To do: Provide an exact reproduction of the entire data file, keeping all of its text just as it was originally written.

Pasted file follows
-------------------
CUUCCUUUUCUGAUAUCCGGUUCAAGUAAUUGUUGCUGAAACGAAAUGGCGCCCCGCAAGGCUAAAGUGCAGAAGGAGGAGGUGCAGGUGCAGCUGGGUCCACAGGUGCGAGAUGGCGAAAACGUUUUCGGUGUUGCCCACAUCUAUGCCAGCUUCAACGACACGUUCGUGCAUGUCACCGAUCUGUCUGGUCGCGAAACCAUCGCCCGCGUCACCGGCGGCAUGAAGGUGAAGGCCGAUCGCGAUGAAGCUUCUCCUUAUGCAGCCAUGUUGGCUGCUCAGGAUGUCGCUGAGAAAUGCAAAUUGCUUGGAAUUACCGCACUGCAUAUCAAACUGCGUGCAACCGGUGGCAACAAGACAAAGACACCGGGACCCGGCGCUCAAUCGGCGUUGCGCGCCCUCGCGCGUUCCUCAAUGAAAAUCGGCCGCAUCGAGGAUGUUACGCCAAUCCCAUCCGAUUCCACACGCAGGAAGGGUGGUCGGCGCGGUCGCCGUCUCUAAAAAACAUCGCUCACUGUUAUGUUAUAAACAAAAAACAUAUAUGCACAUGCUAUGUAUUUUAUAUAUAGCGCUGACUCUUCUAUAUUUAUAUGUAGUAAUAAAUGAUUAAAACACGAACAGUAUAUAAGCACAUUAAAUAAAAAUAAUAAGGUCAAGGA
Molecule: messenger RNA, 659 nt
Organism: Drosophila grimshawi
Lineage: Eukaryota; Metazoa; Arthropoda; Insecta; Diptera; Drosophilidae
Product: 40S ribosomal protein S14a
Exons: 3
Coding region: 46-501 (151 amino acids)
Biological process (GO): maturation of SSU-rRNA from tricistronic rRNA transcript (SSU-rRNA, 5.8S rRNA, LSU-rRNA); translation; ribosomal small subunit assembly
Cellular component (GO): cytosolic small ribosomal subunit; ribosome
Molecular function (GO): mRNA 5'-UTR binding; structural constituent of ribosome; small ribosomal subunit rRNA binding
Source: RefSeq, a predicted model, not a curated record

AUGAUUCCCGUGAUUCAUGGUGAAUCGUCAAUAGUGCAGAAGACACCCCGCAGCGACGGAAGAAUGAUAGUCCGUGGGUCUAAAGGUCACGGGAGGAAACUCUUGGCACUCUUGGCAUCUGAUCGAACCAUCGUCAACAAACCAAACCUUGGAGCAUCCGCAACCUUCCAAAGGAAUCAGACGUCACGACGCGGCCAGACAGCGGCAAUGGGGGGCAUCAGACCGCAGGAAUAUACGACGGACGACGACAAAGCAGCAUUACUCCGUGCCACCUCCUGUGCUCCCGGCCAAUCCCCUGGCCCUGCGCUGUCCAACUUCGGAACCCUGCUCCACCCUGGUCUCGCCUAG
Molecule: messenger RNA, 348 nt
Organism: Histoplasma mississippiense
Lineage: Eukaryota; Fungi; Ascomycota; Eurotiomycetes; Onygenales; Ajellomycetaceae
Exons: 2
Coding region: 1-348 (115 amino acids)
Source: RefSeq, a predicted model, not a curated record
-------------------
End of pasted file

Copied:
CUUCCUUUUCUGAUAUCCGGUUCAAGUAAUUGUUGCUGAAACGAAAUGGCGCCCCGCAAGGCUAAAGUGCAGAAGGAGGAGGUGCAGGUGCAGCUGGGUCCACAGGUGCGAGAUGGCGAAAACGUUUUCGGUGUUGCCCACAUCUAUGCCAGCUUCAACGACACGUUCGUGCAUGUCACCGAUCUGUCUGGUCGCGAAACCAUCGCCCGCGUCACCGGCGGCAUGAAGGUGAAGGCCGAUCGCGAUGAAGCUUCUCCUUAUGCAGCCAUGUUGGCUGCUCAGGAUGUCGCUGAGAAAUGCAAAUUGCUUGGAAUUACCGCACUGCAUAUCAAACUGCGUGCAACCGGUGGCAACAAGACAAAGACACCGGGACCCGGCGCUCAAUCGGCGUUGCGCGCCCUCGCGCGUUCCUCAAUGAAAAUCGGCCGCAUCGAGGAUGUUACGCCAAUCCCAUCCGAUUCCACACGCAGGAAGGGUGGUCGGCGCGGUCGCCGUCUCUAAAAAACAUCGCUCACUGUUAUGUUAUAAACAAAAAACAUAUAUGCACAUGCUAUGUAUUUUAUAUAUAGCGCUGACUCUUCUAUAUUUAUAUGUAGUAAUAAAUGAUUAAAACACGAACAGUAUAUAAGCACAUUAAAUAAAAAUAAUAAGGUCAAGGA
Molecule: messenger RNA, 659 nt
Organism: Drosophila grimshawi
Lineage: Eukaryota; Metazoa; Arthropoda; Insecta; Diptera; Drosophilidae
Product: 40S ribosomal protein S14a
Exons: 3
Coding region: 46-501 (151 amino acids)
Biological process (GO): maturation of SSU-rRNA from tricistronic rRNA transcript (SSU-rRNA, 5.8S rRNA, LSU-rRNA); translation; ribosomal small subunit assembly
Cellular component (GO): cytosolic small ribosomal subunit; ribosome
Molecular function (GO): mRNA 5'-UTR binding; structural constituent of ribosome; small ribosomal subunit rRNA binding
Source: RefSeq, a predicted model, not a curated record

AUGAUUCCCGUGAUUCAUGGUGAAUCGUCAAUAGUGCAGAAGACACCCCGCAGCGACGGAAGAAUGAUAGUCCGUGGGUCUAAAGGUCACGGGAGGAAACUCUUGGCACUCUUGGCAUCUGAUCGAACCAUCGUCAACAAACCAAACCUUGGAGCAUCCGCAACCUUCCAAAGGAAUCAGACGUCACGACGCGGCCAGACAGCGGCAAUGGGGGGCAUCAGACCGCAGGAAUAUACGACGGACGACGACAAAGCAGCAUUACUCCGUGCCACCUCCUGUGCUCCCGGCCAAUCCCCUGGCCCUGCGCUGUCCAACUUCGGAACCCUGCUCCACCCUGGUCUCGCCUAG
Molecule: messenger RNA, 348 nt
Organism: Histoplasma mississippiense
Lineage: Eukaryota; Fungi; Ascomycota; Eurotiomycetes; Onygenales; Ajellomycetaceae
Exons: 2
Coding region: 1-348 (115 amino acids)
Source: RefSeq, a predicted model, not a curated record